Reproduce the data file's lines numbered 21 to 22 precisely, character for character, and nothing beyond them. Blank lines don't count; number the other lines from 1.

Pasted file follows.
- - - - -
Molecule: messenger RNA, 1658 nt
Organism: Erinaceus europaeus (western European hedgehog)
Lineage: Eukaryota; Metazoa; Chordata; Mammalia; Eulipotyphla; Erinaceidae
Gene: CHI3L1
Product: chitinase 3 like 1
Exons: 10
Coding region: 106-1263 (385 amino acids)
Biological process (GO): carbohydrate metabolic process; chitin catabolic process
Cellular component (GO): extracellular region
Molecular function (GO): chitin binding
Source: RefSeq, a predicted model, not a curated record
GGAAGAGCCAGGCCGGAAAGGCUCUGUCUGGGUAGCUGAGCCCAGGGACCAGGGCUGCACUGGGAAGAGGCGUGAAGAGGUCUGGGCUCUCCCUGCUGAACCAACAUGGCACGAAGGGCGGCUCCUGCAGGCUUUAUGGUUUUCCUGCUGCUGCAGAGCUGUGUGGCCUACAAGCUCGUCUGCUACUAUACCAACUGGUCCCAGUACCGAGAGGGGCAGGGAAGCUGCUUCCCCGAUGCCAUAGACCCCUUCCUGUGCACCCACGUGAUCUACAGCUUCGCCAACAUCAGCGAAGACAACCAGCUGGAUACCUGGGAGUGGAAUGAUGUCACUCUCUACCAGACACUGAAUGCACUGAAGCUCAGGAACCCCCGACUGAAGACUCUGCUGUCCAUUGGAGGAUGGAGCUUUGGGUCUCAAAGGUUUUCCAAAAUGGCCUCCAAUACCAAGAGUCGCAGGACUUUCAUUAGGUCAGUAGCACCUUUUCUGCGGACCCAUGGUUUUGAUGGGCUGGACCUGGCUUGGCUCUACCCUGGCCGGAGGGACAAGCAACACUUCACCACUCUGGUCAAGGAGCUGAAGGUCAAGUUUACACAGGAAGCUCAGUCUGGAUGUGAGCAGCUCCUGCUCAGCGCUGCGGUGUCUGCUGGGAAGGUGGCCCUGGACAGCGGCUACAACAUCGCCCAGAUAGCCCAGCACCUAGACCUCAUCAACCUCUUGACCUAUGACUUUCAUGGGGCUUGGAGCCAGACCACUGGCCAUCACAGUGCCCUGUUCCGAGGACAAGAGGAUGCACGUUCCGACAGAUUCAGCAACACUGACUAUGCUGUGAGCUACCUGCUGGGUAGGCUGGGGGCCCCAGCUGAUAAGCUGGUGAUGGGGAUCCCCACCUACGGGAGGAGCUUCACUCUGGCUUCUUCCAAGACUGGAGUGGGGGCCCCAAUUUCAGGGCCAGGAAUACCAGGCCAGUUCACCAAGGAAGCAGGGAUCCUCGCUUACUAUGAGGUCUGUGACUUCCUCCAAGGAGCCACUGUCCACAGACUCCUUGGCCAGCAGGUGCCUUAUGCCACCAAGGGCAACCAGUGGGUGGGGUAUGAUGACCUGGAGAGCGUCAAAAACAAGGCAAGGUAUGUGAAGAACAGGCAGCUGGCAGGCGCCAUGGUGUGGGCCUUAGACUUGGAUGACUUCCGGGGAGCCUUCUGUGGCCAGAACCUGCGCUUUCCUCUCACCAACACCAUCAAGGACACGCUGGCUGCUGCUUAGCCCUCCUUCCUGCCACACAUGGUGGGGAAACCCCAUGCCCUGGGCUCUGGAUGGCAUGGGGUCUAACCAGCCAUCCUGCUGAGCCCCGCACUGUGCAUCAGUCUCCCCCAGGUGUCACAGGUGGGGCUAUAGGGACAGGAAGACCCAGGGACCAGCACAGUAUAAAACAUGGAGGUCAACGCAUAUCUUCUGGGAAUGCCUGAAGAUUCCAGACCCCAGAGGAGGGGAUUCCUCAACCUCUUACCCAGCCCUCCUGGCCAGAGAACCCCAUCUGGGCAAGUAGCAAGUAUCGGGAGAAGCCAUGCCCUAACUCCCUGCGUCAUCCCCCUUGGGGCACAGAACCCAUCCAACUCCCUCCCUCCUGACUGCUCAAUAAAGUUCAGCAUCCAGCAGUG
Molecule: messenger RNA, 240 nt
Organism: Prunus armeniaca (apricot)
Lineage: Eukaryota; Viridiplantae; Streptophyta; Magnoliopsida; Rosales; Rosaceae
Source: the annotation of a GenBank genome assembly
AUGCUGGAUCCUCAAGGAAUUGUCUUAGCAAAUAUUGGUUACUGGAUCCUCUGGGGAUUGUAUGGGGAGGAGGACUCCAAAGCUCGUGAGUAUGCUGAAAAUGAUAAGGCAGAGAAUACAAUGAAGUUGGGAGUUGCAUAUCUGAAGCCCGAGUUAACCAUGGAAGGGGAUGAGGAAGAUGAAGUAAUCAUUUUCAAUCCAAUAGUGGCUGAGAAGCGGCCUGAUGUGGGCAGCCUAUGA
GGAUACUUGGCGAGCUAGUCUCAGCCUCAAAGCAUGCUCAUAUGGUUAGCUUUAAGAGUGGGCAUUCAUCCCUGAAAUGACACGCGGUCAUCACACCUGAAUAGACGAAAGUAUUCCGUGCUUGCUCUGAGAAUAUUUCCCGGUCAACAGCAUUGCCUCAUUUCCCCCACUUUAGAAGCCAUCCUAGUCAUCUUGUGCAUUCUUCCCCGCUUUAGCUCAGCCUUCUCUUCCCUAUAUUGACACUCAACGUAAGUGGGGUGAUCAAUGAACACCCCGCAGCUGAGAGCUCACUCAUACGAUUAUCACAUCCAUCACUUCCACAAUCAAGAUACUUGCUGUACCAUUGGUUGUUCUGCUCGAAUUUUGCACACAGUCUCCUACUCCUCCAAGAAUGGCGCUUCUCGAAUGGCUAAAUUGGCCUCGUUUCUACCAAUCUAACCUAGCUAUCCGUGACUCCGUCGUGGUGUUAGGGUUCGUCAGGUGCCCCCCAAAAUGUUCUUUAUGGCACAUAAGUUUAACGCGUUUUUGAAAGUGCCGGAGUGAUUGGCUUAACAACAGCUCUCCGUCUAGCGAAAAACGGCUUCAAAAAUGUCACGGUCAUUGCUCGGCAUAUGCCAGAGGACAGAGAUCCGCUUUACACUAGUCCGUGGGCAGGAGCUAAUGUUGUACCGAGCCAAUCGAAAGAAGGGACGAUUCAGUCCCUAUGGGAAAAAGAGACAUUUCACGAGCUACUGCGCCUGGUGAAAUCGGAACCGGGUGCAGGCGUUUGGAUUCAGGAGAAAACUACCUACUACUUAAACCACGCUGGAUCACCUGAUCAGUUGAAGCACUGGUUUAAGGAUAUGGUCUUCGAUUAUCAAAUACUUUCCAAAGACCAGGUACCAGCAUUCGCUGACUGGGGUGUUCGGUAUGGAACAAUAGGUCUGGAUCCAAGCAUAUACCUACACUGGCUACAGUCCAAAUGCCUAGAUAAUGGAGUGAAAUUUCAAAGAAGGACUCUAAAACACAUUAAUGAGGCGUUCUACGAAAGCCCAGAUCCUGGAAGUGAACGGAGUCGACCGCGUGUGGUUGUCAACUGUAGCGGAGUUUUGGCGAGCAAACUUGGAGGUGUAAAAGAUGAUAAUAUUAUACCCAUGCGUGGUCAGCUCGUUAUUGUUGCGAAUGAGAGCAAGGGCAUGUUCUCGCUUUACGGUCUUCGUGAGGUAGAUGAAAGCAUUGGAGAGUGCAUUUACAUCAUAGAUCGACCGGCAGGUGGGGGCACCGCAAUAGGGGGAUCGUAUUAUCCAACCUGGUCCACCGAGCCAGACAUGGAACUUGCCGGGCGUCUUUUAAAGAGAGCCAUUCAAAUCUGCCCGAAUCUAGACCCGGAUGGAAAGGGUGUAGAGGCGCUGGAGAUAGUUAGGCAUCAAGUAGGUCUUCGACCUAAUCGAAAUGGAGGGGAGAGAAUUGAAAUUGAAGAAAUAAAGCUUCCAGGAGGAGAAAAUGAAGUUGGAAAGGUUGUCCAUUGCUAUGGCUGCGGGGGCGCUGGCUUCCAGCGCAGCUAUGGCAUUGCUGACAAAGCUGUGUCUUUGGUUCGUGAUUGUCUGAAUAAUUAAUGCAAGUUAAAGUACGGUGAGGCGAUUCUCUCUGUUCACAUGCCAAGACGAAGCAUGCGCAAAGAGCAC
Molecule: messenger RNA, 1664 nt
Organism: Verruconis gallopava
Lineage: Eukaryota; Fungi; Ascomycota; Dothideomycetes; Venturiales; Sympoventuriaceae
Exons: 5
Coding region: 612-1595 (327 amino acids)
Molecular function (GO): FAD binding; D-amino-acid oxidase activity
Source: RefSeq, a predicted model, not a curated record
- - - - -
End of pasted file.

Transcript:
Lineage: Eukaryota; Fungi; Ascomycota; Dothideomycetes; Venturiales; Sympoventuriaceae
Exons: 5